Free College for All

Boy, that makes me nervous.

In principle, I agree with the underlying motivations. College is economically beneficial, but simultaneously too expensive to effectively serve the people who need it most without consigning them to endless debt. We have taxpayer-funded pre-K through twelfth grade, so why not extend that principle? The wealthy will send their kids to elite private colleges, just as they’ve already sent them to elite private schools from kindergarten onward; for the rest of us, public education should be public.

I get it. Really, I do. But here are a few of my fears.

First, when we say “college,” we have no idea what we mean. “College” is like “restaurant,” it’s a category that covers an enormous array of specific experiences. So do we mean Taco Bell for all, or Denny’s for all? Do we mean a Michelin three-star experience for all? Resources that had once been reserved for the elite tend to be democratized in deeply diminished forms. It’s already the case that the colleges that serve the least advantaged and least well-prepared students are staffed by the least well-supported and least permanent faculty; I worry that we’re going to make that even worse if we have to offer it more cheaply and more broadly.

Second, I do believe that all students can learn. But I absolutely do not believe that all students can learn everything. Nor should they be asked to. Just as with musical instruments, we are all best suited for a particular repertoire, things that we enjoy and that come to us more or less natively, things that we can push to greater skill and sophistication. Making me a basketball player, or a mechanic or a plumber, or a chemist, or a dancer, would be a waste of everyone’s time—mine, and all those who sought to push that rock up that hill. So why should we assume that all high school graduates should, or should even want to, go to “college” as we’ve defined it? What is it about 120 credits arrayed across the traditional academic disciplines that’s universally beneficial or universally attainable? (The credential is universally beneficial, I get that, but not especially the experience.)

Third, making a service both necessary and public adds enormous pressures toward compliance and compliance reporting. When something becomes a public service that taxpayers pay for, it’s (justifiably) subjected to layers and layers of rules, assessments, accreditations, dashboards and metrics and sign-offs and reporting deadlines. I’ve been working with a faculty member in education who’s developed an interesting model for teaching middle-school writing. But the education journal he wants to write his article for won’t take it if he doesn’t immediately demonstrate the ways in which his curricular element meets state and federal learning outcomes. So rather than writing about the ways in which this pedagogy creates powerful writing experiences, creates student confidence and productivity, he’s having to spend a lot of his article writing in detail about how it meets standard D.1 through D.4 of the C3 guidelines. We lose track of joy and learning, and reduce it all to compliance and “meets standard.” I don’t want anybody to “meet standard.”* I want them to thrive, in whatever crazy way thriving takes for them.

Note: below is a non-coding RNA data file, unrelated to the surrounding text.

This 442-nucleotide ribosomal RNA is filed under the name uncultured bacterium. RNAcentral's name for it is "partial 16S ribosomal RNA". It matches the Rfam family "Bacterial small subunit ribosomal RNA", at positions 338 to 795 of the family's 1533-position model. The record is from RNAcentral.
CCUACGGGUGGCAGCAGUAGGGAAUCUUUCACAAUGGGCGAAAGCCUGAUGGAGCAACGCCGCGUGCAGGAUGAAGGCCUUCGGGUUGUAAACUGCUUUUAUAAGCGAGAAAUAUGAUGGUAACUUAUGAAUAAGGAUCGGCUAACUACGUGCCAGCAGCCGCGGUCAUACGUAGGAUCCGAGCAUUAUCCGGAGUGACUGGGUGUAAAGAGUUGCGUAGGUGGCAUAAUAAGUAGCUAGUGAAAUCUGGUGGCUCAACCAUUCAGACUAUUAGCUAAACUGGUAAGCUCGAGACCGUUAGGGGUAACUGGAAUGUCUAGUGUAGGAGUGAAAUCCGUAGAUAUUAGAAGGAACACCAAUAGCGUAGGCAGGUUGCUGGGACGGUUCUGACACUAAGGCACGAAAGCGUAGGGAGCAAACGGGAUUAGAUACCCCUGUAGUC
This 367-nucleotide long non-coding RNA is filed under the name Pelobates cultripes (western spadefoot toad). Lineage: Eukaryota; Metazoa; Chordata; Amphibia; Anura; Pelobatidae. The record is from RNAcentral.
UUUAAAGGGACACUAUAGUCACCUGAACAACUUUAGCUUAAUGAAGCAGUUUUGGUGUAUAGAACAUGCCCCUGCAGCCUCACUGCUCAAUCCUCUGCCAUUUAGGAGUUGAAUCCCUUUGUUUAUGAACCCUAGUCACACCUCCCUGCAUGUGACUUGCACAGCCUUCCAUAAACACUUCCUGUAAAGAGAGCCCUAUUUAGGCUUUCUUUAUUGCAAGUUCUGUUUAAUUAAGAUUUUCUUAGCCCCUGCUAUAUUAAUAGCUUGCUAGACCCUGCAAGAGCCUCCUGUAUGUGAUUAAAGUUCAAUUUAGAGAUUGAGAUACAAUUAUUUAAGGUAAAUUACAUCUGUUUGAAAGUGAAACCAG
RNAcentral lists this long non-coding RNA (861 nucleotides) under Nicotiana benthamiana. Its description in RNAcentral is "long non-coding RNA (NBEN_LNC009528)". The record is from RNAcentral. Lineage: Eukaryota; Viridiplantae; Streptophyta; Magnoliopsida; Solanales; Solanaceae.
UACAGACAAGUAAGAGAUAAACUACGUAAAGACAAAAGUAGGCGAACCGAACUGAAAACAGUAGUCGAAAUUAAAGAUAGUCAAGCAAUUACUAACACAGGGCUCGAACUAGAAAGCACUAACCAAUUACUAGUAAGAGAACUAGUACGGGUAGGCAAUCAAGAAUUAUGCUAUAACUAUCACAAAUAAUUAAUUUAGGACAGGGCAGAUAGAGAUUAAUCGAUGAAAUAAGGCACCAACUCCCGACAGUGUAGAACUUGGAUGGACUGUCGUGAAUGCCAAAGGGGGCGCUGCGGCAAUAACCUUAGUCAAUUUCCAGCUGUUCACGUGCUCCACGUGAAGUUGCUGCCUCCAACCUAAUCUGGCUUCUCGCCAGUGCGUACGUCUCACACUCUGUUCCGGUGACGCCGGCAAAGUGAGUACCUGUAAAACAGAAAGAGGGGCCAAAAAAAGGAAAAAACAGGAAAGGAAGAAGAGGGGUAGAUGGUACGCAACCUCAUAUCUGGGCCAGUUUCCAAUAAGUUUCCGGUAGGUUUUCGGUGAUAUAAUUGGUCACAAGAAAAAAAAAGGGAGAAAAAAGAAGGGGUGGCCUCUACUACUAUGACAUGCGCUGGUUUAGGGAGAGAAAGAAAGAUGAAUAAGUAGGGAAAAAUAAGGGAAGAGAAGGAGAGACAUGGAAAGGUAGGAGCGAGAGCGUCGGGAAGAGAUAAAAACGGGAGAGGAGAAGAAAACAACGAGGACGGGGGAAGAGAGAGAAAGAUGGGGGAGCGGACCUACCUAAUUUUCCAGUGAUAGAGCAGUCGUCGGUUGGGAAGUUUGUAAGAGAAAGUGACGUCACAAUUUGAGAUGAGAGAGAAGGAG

So I recognize that college is madly expensive, out of reach of a huge community of potential students who have to borrow so much that they endanger the very economic futures that college hopes to protect. But I fear that “free college for all” will exacerbate exactly the economic and social divisions that it hopes to remedy.

*We used to say in architecture school that “meets code” is one step above “goes to jail.”

A Great Good Place

Thirty years ago this year, the sociologist Ray Oldenburg published The Great Good Place: Cafes, Coffee Shops, Community Centers, Beauty Parlors, General Stores, Bars, Hangouts and How They Get You Through the Day (now in its third edition and with a much less compelling subtitle than the original). The book is a celebration of hangouts—of the places that you go only in part because of what’s for sale, far more importantly because you know you’re going to run into some friends and have a conversation, and those friends will introduce you to other friends who will have new and different kinds of conversations. They are social machines, generating and reinforcing connections.

A couple of days ago, I did a book talk at a truly great good place: Uncle Bobbie’s Coffee and Books in Philadelphia. I got there at two o’clock for my three-thirty reading, and got an iced tea and brownie and sat at the counter. There were thirty-five or so people there, but it was far more active, far more conversational, far more inclusive than any Starbucks you’ll ever see. The place was a continual churn of talk and laughter, people flowing through the narrow aisles between the couches and coffee tables and barstools, people hugging and high-fiving and shaking hands, people asking one another what they were reading and what they recommended. These people were neighbors, in the best possible sense, not merely adjacent to but involved with one another.

Uncle Bobbie’s gave me hope. These kinds of places, and the relationships they foster, really ARE possible. They’re rare, but they aren’t gone. We don’t have to communicate with one another just through Twitter and Instagram; we can be with each other, learn from each other, revise our thinking, make ourselves better.